Of every popular sport, you’d think that track & field is probably one of the safest. There aren’t serious concussion concerns like football. Baseball’s aren’t coming at you fast enough to make birds explode. Hockey pucks aren’t knocking teeth right out of your mouth.
The most impending danger, however, are eight-foot long javelins flying hundreds of feet through the air. Typically, this event is done in an open field with little chance of someone getting in the way. At a recent Georgia Bulldogs track practice, though, a javelin impaled a UGA athlete right through his back and deep into his chest.
Georgia freshman Elija Godwin is already one of the fastest Dawgs to ever step foot on Athens’ campus. In his first collegiate season, the Covington, Georgia native already posted a 20.59-second time in the 200-meter run, which was ninth on UGA’s all-time list and ranked 19th in the country this season. Against Arkansas, the University of Georgia sprinter also ran the 400 meters in 45.92 seconds, which placed him No. 7 in UGA history and was 17th-fastest in the NCAA this year.
As a safety for Newton High School, Godwin was also recruited to play college football by Ball State, Central Michigan, UMass and Miami (OH), among others.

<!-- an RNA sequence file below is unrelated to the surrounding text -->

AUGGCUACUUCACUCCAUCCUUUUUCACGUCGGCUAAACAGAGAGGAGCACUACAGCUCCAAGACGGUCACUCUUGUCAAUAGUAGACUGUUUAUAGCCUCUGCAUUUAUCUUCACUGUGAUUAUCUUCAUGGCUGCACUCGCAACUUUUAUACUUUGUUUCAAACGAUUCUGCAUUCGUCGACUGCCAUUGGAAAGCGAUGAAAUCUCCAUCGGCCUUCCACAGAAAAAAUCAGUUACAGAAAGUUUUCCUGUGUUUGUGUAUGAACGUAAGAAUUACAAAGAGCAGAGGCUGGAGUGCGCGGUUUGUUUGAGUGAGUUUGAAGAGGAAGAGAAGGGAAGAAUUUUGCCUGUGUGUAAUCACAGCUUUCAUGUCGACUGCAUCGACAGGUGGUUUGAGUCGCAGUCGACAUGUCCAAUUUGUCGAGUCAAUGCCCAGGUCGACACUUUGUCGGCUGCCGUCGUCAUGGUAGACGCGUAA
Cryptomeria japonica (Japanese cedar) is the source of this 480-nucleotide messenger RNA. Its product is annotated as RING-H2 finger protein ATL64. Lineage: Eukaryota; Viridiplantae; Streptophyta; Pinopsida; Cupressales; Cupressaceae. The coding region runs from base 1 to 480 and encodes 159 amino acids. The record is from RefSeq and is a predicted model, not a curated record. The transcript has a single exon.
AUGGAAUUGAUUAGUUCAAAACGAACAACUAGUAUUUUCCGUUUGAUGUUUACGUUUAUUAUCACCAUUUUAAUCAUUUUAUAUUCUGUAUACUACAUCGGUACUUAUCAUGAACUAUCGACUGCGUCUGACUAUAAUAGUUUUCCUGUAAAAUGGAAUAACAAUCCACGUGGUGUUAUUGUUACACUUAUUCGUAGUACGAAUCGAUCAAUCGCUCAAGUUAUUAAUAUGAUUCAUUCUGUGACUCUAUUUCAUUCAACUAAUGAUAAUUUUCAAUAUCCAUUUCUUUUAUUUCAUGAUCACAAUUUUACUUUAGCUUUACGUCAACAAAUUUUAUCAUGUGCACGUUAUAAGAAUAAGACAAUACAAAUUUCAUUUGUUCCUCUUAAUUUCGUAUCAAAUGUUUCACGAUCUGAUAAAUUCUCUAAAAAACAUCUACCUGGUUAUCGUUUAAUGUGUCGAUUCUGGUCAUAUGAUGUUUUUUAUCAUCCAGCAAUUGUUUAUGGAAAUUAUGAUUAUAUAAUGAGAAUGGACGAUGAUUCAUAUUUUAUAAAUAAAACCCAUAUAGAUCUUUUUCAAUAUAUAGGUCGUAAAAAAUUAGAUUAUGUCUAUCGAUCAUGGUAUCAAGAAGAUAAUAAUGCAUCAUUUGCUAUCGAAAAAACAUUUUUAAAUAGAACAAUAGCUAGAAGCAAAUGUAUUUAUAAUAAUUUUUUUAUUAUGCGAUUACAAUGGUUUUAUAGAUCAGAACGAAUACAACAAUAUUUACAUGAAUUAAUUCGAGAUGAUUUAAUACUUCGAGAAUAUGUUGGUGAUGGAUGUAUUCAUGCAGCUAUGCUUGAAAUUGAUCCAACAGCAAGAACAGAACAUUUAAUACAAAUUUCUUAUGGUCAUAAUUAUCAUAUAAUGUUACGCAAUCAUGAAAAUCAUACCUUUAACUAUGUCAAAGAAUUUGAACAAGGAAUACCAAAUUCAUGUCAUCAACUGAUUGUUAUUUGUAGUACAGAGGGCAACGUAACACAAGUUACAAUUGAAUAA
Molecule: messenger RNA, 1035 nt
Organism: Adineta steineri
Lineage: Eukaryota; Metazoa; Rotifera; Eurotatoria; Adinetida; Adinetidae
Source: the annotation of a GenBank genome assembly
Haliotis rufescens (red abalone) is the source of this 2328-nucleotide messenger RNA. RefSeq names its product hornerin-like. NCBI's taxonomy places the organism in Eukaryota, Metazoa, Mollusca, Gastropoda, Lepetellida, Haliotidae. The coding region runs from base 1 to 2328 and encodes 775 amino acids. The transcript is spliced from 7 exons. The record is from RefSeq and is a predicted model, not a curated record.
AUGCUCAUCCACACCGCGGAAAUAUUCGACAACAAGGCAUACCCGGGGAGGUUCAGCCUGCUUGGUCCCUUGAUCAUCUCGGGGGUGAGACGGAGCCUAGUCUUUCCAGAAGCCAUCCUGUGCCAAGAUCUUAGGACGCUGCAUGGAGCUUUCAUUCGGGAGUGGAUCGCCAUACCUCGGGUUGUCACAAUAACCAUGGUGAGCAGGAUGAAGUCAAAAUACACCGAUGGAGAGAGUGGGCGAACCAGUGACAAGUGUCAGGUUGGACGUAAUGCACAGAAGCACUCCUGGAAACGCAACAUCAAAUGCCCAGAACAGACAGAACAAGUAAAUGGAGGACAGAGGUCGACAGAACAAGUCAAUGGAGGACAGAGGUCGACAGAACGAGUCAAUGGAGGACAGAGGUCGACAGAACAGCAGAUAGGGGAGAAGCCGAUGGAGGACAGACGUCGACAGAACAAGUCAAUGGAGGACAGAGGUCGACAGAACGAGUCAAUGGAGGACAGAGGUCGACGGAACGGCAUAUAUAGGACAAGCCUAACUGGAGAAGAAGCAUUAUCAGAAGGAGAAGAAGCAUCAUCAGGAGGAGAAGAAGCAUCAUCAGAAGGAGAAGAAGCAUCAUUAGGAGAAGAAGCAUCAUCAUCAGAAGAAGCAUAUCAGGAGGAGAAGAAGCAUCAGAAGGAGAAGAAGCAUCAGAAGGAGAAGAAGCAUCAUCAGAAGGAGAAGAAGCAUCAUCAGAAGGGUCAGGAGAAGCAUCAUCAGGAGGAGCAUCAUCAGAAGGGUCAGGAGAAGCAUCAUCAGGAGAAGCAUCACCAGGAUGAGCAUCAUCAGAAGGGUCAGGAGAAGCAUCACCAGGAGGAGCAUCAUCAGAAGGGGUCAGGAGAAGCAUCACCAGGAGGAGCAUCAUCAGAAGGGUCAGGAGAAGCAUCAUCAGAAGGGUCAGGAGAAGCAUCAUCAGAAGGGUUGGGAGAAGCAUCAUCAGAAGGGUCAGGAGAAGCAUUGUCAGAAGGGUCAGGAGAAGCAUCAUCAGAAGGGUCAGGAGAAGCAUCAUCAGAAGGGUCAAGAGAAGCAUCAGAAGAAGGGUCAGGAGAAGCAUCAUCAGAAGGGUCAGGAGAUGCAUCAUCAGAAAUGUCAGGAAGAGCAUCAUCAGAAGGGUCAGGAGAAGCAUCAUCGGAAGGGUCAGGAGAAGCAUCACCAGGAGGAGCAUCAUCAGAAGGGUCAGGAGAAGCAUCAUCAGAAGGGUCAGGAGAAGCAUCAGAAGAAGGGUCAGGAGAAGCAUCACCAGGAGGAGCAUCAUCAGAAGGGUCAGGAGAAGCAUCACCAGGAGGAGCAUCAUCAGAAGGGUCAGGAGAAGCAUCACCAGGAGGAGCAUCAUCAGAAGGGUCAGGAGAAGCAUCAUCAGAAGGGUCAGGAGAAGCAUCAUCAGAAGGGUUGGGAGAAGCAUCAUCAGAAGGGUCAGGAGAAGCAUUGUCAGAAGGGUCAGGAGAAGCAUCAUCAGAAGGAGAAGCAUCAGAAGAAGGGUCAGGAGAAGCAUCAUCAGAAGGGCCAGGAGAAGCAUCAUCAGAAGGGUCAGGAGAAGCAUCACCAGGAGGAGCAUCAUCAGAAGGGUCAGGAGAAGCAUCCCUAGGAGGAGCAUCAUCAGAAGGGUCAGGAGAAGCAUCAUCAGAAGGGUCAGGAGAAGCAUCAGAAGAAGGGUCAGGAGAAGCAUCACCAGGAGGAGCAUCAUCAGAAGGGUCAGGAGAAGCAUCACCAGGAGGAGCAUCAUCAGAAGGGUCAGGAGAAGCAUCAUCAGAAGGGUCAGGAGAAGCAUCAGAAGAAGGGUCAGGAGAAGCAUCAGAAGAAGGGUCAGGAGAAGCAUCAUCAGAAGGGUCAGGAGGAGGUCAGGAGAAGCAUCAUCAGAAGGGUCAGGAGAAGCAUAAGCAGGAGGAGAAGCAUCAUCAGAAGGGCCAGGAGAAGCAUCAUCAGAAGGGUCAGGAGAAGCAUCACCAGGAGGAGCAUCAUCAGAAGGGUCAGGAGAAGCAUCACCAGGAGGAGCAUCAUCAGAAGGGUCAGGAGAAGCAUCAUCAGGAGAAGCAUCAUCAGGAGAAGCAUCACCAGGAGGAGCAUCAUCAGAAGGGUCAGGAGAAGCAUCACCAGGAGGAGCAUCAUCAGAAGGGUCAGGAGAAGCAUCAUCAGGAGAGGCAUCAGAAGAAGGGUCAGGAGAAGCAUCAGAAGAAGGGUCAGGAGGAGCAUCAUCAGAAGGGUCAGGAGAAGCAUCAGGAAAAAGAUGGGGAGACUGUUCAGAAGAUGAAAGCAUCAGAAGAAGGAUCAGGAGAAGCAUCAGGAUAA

On Tuesday afternoon, Godwin was running backwards while warming up during a routine Georgia track and field practice. According to 11Alive news in Georgia, a javelin was sticking out of the ground at an angle, and Godwin ran backwards directly into it.
The back of the javelin plunged deep into his back, which caused his left lung to collapse. Teammates quickly covered the area with gauze before paramedics arrived on the terrifying scene.
According to the police report obtained by 11Alive, medical personnel had to saw off the javelin and leave part of it deep inside Godwin’s chest just to get him into the ambulance.
After undergoing successful surgery at Piedmont Athens Regional Medical Center to remove the front piece of the javelin from his shoulder blade, Godwin is in stable condition and breathing on his own. The freshman sprinter is expected to make a full recovery.
“We would like to express appreciation for all those who acted so quickly and efficiently in coming to the aid of Elija. Special thanks to our sports medicine staff, UGA Police Department, Athens-Clarke County Fire-Rescue, National EMS, and Piedmont Athens Regional Medical Center.”
— UGA Director of Sports Medicine Ron Courson
If you needed any other reason to keep your eyes peeled when attending a track and field event, remember that stray javelins are equally as dangerous as ones flying through the air.
Expect Godwin to return to Georgia’s track team next year as one of the SEC’s best sprinters, only this time, he’ll be probably be keeping his head on a swivel.